Google, through a blogpost shared an updated timeline for Privacy Sandbox milestones, including a fresh set of dates to phase out third party cookies. Launched by Chrome in 2019, the Privacy Sandbox is supposed to be a collaborative, open-source effort to develop a new set of web standards to define an Open Web Platform that replaces legacy and data-intensive mechanisms with safer solutions to protect consumers' privacy.
It is important to note that the Privacy Sandbox initiative covers preventing covert tracking, verifying consumer’s authenticity, showing relevant content, and advertising. More importantly, measure digital ads in an anonymised way. A very tall order.
Despite offering more than 30 proposals along with an active engagement with all the industry bodies across brands, platforms, and publishers, the reality is that the Privacy Sandbox failed to reach an admissible consensus from the industry for total deployment.
This falls into two broad areas.
1. On March 23, 2021, Google’s current Federated Learning of Cohorts (FLoC) tests were declared non-compliant as per the General Data Protection Regulation (GDPR) standards. Questions were raised about whether a browser assigning users into cohorts counts as a use of personal data—without consent—may be a privacy violation. Testing of FLoCs was stopped across EU nations and Google could run these tests only in the USA and in APAC. Until now, there are no plans as to when the testing will begin in Europe.
2. On January 8, 2021, United Kingdom’s Competition and Markets Authority (CMA) announced its formal investigation of the Privacy Sandbox. Google blog said that it welcomed 'the opportunity to engage with a regulator with the mandate to promote competition for the benefit of consumers.' These commitments include zero self-preferencing and no data advantage for Google advertising products apart from involving the industry for a much deeper consultation and collaboration. This would not have concluded before the end of 2021.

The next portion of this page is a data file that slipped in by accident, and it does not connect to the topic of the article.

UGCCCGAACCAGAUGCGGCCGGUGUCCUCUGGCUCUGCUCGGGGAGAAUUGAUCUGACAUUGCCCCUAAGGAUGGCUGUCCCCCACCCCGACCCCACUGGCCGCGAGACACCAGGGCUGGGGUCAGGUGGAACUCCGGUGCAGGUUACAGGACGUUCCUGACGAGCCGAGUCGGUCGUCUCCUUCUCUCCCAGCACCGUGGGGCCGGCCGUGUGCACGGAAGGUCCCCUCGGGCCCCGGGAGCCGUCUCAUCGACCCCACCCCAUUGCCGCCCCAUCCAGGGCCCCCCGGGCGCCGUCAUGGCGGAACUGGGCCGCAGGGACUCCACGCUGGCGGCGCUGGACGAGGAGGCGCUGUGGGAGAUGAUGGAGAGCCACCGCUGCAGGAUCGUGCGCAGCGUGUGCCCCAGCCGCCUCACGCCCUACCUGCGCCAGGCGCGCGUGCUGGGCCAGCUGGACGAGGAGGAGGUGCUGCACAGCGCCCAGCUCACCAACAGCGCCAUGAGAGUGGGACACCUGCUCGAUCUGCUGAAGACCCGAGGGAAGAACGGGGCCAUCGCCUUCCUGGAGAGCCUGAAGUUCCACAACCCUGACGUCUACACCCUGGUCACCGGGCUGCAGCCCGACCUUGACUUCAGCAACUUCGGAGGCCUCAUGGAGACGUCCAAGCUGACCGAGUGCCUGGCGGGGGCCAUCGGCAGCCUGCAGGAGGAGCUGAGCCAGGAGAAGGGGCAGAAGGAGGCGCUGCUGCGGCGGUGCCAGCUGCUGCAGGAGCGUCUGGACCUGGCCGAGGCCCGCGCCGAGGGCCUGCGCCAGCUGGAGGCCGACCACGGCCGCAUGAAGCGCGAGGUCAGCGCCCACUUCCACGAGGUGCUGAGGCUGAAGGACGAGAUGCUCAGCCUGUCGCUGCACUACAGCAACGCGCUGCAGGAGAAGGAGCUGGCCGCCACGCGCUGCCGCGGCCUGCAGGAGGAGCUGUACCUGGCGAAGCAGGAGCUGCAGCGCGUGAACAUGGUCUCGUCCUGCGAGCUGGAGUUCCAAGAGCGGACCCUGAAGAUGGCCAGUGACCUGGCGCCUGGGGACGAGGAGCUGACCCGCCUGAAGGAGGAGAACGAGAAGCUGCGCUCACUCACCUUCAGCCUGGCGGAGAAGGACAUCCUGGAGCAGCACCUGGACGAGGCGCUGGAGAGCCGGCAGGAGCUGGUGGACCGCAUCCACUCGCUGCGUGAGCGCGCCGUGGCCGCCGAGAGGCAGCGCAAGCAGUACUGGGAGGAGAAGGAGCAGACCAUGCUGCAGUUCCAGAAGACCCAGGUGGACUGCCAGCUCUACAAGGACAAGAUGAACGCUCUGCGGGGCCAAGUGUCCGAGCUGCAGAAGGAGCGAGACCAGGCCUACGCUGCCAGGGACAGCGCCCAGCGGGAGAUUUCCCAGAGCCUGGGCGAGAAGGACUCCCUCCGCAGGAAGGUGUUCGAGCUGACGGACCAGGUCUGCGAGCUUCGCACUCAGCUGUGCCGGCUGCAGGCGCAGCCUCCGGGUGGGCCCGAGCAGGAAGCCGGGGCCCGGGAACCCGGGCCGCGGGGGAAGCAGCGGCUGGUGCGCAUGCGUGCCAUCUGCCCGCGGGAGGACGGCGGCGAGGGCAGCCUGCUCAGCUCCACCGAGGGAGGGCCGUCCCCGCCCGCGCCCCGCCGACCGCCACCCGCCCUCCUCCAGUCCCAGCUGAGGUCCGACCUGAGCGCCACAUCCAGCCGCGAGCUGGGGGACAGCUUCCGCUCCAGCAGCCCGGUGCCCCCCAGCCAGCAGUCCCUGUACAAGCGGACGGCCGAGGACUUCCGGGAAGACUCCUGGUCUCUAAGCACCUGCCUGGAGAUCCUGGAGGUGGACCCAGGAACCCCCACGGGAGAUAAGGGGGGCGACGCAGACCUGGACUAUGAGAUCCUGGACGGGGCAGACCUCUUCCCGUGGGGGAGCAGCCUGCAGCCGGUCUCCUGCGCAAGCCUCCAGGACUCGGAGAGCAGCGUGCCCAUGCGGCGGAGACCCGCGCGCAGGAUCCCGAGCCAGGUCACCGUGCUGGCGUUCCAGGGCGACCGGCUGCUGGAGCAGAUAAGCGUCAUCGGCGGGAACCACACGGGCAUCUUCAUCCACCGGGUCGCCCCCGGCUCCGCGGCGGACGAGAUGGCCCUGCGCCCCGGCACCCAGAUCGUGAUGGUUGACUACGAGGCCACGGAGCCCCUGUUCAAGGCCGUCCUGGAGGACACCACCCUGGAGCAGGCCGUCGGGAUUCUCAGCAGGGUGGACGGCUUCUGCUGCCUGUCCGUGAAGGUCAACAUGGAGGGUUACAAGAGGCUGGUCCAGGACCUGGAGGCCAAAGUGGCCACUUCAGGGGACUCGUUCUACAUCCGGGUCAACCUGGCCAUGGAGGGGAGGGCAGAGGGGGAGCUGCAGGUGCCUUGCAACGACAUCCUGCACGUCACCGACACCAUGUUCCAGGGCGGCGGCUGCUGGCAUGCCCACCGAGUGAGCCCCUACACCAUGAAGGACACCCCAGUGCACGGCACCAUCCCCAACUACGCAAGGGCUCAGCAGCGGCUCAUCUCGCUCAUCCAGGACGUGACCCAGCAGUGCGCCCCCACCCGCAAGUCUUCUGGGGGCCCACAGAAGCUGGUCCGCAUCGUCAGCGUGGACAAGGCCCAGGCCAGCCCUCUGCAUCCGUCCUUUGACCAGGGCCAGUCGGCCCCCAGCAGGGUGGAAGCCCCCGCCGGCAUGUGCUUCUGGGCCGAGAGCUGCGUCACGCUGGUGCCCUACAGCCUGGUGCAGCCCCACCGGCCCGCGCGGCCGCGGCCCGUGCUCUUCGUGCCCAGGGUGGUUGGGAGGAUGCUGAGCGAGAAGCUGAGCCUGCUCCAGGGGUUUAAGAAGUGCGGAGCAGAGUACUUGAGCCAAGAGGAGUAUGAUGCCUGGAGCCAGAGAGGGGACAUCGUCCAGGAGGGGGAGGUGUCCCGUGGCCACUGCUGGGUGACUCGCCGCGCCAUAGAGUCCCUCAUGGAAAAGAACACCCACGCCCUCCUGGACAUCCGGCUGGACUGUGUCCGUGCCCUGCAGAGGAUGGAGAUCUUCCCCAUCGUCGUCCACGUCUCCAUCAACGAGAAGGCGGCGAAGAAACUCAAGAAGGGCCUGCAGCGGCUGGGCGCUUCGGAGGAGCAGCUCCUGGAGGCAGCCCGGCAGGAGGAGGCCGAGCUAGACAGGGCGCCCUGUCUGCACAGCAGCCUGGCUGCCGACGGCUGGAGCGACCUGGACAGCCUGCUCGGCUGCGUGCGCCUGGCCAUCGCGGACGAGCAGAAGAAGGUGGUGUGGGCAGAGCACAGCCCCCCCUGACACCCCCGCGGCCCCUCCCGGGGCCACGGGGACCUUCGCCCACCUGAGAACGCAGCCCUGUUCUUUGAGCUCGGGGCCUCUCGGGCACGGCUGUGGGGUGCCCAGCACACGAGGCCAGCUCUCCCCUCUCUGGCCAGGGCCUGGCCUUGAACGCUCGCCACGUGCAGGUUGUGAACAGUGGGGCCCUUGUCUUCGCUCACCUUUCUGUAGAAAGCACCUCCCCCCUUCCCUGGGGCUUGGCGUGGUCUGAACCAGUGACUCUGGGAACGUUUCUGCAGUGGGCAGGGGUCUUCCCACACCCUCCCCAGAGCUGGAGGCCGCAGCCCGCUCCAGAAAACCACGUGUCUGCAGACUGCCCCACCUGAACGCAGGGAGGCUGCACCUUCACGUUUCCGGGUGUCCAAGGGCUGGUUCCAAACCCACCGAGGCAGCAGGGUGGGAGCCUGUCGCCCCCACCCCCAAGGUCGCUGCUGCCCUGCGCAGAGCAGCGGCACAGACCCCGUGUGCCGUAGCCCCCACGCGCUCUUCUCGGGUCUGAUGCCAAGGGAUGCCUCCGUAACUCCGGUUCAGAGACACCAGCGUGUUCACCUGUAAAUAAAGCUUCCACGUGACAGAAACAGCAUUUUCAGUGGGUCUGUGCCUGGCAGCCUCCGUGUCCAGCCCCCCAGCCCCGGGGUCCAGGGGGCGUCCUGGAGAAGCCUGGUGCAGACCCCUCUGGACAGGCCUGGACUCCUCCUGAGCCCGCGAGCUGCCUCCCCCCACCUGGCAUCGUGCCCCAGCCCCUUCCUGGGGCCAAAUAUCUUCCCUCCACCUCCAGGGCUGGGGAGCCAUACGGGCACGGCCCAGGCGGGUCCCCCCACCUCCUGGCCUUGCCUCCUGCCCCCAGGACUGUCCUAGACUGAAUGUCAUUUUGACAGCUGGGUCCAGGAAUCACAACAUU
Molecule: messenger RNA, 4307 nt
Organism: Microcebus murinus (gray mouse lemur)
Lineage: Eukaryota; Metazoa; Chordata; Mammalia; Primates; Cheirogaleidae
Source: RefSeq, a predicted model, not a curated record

Privacy Sandbox needs more work to gain industry acceptance and adoption. It requires more discussion; more testing and be ready for scaled-up adoption. This is also now linked to satisfactory clearance from the CMA, UK before anything can be rolled out.
What does this mean for the industry?
1. This does not mean that the industry will have to wait for the next 24 months and watch Google launch the new Privacy Sandbox through another blog. This is an active industry with regulatory engagement, starting now for the next two years.
2. Once the testing is complete, publishers and the advertising industry will get nine months to migrate their services. Google will then, over a period of three months, phase out the support of third party cookies in late 2023.
Industry must take this opportunity to prepare well. The objectives of the Privacy Sandbox cannot be faulted. It is the path to get there that requires more collaboration and consultation. Should Google prefer to avoid the same mistakes once again and accelerate the roll-out, in my view, they need to take two steps.
1. Browser-based cohorts is a non-starter. We need to move to universally codified cohorts for acceptance and adoption. The industry needs to spend more time to standardise this.
2. In the US, the Association of National Advertisers (ANA) recently launched an 'Advertiser to Audience' programmatic transparency audit. Perhaps a deeper discussion is required on how there can be zero self-preferencing and no unfair advantage for Google’s advertising products.
Now we have good 24 months to do this properly. In partnership with Google.
The writer is a Founder and CEO of Singapore-headquartered blockchain solutions provider Aqilliz
The thoughts and opinions shared here are of the author.
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